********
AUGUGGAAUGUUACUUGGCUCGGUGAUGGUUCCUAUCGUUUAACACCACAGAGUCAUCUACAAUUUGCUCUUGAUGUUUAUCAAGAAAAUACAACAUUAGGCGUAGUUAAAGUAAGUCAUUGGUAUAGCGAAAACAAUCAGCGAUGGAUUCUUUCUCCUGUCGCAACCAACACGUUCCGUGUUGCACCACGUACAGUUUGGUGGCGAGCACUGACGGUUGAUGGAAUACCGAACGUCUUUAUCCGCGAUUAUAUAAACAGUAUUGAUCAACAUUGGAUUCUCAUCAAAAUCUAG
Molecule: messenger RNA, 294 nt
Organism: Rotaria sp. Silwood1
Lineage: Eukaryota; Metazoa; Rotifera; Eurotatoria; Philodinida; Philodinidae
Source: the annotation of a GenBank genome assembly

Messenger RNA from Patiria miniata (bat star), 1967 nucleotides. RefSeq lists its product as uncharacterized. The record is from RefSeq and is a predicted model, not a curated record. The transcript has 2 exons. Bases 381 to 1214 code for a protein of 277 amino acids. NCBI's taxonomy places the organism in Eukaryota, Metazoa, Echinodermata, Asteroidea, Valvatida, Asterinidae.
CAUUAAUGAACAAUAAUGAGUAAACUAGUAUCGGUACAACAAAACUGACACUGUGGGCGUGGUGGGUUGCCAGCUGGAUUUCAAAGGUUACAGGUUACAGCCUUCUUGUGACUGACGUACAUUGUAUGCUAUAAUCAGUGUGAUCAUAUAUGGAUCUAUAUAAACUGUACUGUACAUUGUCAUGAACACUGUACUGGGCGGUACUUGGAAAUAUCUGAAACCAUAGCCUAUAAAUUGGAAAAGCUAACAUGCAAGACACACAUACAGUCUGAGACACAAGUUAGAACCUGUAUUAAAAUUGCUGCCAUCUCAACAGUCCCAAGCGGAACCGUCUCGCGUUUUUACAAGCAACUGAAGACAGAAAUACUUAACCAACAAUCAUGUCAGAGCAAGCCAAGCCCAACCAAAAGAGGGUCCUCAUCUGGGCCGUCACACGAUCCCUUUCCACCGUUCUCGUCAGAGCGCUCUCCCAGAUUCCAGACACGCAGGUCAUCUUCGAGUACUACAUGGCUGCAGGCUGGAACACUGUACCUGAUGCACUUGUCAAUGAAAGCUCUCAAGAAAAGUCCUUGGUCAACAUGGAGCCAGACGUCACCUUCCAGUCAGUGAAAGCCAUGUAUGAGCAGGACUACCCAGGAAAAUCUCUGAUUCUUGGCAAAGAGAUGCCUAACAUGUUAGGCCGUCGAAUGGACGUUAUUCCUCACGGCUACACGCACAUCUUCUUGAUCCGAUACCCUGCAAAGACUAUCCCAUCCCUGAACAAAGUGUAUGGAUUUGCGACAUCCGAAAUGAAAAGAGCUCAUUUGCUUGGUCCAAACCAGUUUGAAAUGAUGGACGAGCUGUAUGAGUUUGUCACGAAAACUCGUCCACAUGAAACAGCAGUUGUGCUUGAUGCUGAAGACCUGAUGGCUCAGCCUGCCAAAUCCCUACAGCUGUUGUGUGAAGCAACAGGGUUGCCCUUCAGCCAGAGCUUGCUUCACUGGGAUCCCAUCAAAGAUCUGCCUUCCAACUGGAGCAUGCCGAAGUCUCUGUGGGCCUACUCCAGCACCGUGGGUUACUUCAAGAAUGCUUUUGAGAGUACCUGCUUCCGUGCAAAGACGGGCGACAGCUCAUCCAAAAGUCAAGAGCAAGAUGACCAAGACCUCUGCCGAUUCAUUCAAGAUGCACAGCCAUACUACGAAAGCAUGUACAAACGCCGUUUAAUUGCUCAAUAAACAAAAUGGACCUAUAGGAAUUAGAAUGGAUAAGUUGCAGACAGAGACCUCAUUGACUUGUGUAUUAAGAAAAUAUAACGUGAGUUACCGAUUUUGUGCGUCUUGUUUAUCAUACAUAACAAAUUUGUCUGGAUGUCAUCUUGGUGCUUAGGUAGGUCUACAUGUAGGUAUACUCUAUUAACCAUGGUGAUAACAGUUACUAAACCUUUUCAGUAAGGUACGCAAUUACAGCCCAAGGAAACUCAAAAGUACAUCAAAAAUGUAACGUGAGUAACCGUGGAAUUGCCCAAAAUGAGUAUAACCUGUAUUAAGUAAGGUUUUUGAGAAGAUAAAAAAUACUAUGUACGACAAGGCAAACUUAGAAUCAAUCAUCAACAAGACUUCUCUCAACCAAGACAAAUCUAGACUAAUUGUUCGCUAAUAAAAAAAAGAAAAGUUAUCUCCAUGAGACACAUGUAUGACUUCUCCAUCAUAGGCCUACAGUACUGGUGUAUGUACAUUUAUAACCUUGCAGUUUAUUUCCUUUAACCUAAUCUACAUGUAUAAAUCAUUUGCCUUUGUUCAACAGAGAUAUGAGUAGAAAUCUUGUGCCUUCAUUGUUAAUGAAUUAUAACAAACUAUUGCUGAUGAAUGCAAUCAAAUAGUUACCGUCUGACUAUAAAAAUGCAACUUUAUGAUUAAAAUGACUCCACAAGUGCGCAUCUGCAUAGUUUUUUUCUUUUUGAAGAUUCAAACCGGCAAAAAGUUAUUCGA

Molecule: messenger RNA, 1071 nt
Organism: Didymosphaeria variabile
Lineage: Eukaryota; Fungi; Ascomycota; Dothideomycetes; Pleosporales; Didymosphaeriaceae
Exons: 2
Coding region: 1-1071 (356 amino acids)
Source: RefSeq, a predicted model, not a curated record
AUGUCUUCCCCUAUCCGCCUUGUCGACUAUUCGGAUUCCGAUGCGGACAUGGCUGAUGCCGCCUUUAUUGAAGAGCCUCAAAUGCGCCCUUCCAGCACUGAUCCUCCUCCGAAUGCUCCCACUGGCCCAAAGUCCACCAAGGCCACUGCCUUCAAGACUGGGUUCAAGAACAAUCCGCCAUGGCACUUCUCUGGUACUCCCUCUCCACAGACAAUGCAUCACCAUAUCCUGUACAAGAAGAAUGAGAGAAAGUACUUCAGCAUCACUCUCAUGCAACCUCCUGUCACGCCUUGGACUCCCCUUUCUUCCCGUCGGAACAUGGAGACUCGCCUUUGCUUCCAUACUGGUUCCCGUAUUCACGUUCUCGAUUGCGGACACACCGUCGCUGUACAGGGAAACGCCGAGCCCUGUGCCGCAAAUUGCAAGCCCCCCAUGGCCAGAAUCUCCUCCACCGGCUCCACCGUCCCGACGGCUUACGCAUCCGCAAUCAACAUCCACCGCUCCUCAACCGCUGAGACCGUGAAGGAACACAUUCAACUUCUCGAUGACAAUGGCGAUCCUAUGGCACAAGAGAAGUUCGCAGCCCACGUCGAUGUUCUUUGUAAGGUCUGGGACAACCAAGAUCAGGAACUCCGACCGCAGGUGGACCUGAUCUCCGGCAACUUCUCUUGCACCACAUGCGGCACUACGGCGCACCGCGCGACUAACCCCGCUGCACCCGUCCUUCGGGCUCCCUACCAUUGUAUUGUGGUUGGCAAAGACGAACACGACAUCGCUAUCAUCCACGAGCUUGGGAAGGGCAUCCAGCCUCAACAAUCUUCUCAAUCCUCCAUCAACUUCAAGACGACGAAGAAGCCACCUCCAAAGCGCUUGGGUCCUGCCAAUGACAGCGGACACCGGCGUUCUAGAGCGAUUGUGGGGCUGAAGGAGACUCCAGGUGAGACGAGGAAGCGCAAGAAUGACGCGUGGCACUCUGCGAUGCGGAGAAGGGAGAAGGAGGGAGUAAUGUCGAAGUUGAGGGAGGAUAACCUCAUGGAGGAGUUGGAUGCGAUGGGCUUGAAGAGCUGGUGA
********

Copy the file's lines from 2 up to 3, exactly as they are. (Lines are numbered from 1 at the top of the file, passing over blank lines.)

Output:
Molecule: messenger RNA, 294 nt
Organism: Rotaria sp. Silwood1